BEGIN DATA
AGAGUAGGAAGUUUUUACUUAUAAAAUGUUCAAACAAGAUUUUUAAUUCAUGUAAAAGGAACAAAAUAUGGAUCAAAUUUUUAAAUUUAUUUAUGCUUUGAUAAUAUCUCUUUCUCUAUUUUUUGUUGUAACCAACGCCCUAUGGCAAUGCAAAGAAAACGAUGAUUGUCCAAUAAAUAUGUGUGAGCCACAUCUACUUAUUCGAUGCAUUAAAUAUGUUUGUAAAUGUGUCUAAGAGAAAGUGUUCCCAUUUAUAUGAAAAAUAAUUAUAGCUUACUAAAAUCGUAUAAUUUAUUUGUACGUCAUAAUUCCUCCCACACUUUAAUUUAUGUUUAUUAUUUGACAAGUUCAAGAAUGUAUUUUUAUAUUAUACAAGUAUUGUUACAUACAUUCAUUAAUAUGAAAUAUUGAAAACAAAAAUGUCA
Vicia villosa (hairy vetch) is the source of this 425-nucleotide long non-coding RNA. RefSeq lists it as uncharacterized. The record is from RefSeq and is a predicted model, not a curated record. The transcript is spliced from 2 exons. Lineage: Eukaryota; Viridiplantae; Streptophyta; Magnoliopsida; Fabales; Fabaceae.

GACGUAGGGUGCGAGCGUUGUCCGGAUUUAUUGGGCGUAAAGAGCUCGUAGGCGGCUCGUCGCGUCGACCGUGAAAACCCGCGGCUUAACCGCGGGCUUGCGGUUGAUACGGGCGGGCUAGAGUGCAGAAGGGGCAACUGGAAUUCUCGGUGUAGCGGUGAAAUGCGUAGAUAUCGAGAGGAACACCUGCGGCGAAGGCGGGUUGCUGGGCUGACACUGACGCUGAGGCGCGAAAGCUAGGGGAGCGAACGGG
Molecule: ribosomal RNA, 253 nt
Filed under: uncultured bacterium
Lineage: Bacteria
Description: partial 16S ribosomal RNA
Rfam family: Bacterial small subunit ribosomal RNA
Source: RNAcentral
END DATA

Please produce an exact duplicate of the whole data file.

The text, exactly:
AGAGUAGGAAGUUUUUACUUAUAAAAUGUUCAAACAAGAUUUUUAAUUCAUGUAAAAGGAACAAAAUAUGGAUCAAAUUUUUAAAUUUAUUUAUGCUUUGAUAAUAUCUCUUUCUCUAUUUUUUGUUGUAACCAACGCCCUAUGGCAAUGCAAAGAAAACGAUGAUUGUCCAAUAAAUAUGUGUGAGCCACAUCUACUUAUUCGAUGCAUUAAAUAUGUUUGUAAAUGUGUCUAAGAGAAAGUGUUCCCAUUUAUAUGAAAAAUAAUUAUAGCUUACUAAAAUCGUAUAAUUUAUUUGUACGUCAUAAUUCCUCCCACACUUUAAUUUAUGUUUAUUAUUUGACAAGUUCAAGAAUGUAUUUUUAUAUUAUACAAGUAUUGUUACAUACAUUCAUUAAUAUGAAAUAUUGAAAACAAAAAUGUCA
Vicia villosa (hairy vetch) is the source of this 425-nucleotide long non-coding RNA. RefSeq lists it as uncharacterized. The record is from RefSeq and is a predicted model, not a curated record. The transcript is spliced from 2 exons. Lineage: Eukaryota; Viridiplantae; Streptophyta; Magnoliopsida; Fabales; Fabaceae.

GACGUAGGGUGCGAGCGUUGUCCGGAUUUAUUGGGCGUAAAGAGCUCGUAGGCGGCUCGUCGCGUCGACCGUGAAAACCCGCGGCUUAACCGCGGGCUUGCGGUUGAUACGGGCGGGCUAGAGUGCAGAAGGGGCAACUGGAAUUCUCGGUGUAGCGGUGAAAUGCGUAGAUAUCGAGAGGAACACCUGCGGCGAAGGCGGGUUGCUGGGCUGACACUGACGCUGAGGCGCGAAAGCUAGGGGAGCGAACGGG
Molecule: ribosomal RNA, 253 nt
Filed under: uncultured bacterium
Lineage: Bacteria
Description: partial 16S ribosomal RNA
Rfam family: Bacterial small subunit ribosomal RNA
Source: RNAcentral